Sometimes, I face quite a bit of discrimination as a single mother. I’m often seen as less capable of fulfilling the job requirements. Unwed mothers don’t really get treated the same way as other mothers too. We don’t get Baby Bonus and things like that. Even under government policies and laws, I can’t apply for a BTO (Built-To-Order) until I am 35 years old (under the Single Singapore Citizen Scheme ) because my sons and I are not considered a “family nucleus”. Even though their birth certificates say that I am their mother, to them (the state), they are “illegitimate”. To me, it’s like the government is telling us that our children do not actually belong to us. Although this is quite cruel and sad, I just do my best for my boys.

I have a long-term goal, that is to buy a 3-room flat when I turn 35 years old. For now, I am working towards moving into a bigger rental flat. I’m reaching the 2-year term at my current rental and will be eligible to upgrade to a 2-room rental flat soon. That way, both my sons can live together with me. Another goal I have is to eventually get a certificate in early childhood education and work in the childcare sector because I do love children. It’s a little difficult now because of full-time studies and work while caring for the boys is hard. I have to wait for the right opportunity.

For now, I still live day to day, pay-check to pay-check, and do what I can for us to get by. My kids and my goals for them are what keep me going. Whether they want to further their studies or find a job or whatever they eventually wish to pursue, I am just trying my best to do and earn that little extra for them and their future.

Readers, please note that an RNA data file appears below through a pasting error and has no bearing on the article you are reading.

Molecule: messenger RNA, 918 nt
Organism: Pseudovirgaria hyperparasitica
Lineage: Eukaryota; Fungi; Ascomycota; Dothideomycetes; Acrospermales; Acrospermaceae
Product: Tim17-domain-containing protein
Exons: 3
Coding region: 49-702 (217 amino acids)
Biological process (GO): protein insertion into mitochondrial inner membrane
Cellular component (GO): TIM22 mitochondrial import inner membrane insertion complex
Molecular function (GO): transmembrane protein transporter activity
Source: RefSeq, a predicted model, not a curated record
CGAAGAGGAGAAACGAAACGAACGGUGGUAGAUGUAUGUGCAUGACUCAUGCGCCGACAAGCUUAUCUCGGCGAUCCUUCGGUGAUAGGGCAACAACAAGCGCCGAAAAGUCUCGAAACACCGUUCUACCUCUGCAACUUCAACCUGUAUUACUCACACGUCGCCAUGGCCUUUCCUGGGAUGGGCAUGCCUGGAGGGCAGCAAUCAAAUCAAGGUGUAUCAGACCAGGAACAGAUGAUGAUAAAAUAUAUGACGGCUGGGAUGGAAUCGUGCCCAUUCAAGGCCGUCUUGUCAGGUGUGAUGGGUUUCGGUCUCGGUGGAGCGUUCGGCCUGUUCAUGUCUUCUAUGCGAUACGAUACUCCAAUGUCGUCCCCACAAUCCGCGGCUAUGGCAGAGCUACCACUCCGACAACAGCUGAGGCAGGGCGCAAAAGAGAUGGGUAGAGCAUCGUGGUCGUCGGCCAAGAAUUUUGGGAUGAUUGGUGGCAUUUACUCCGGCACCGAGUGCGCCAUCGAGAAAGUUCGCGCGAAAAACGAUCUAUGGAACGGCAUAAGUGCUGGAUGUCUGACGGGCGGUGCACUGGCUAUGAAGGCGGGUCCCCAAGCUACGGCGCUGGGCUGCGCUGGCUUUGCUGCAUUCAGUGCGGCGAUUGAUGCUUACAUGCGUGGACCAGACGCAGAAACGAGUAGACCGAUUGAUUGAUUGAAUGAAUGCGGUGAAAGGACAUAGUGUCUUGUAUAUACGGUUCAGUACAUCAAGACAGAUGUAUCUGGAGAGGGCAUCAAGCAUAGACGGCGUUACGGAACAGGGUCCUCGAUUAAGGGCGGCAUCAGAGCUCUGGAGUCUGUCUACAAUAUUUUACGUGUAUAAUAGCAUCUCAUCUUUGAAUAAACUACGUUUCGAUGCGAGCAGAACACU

To those out there who are in a similar situation as me. I want you to know that our circumstances do not define who we are. We are just mothers, parents, and people, just like anyone else. Just look forward and keep going. Tough times do not last.

Disclaimer: The story of Emily* was completed on 18th August 2019. The information provided was accurate at the time of writing on 18th August 2019

*Names and identifying details have been changed to protect the privacy of individuals

Most people now don’t know what lampshades really are. And even fewer people understand how they’re made. But I do. Because I’m the last Dutch lampshade maker in Singapore. I’ve been making lampshades for more than 30 years. Since young, I’ve always loved handcrafts. I had seven siblings and always received hand-me-downs. So when I was a teenager, I started taking sewing classes to learn how to make my own things. Hans Sengalrayan was my husband for 38 years before he passed on recently. His parents owned a lampshade shop in Kuala Lumpur and we took over the business eventually. He used to design and make each of the lampshade frames by hand, and I’d put on the fabric one stitch at a time. There are no shortcuts in our craft. But we made a good team. We even made the lampshades that decorated Queen Elizabeth’s hotel suite when she visited Singapore in 2006! Things are a little different now. I don’t have my husband to consult anymore, so I have to do the designing and planning all by myself. There’s also not much demand for lampshades like there used to be back in the 70s. But I live simply. Even when Hans was around, we knew making lampshades wasn’t going to make us rich. We did it because that’s what we loved to do. In 10 years’ time, I don’t know if I’ll still be here - or if the craft still exists. But I do know that right now, I continue to do what I do because it’s my passion.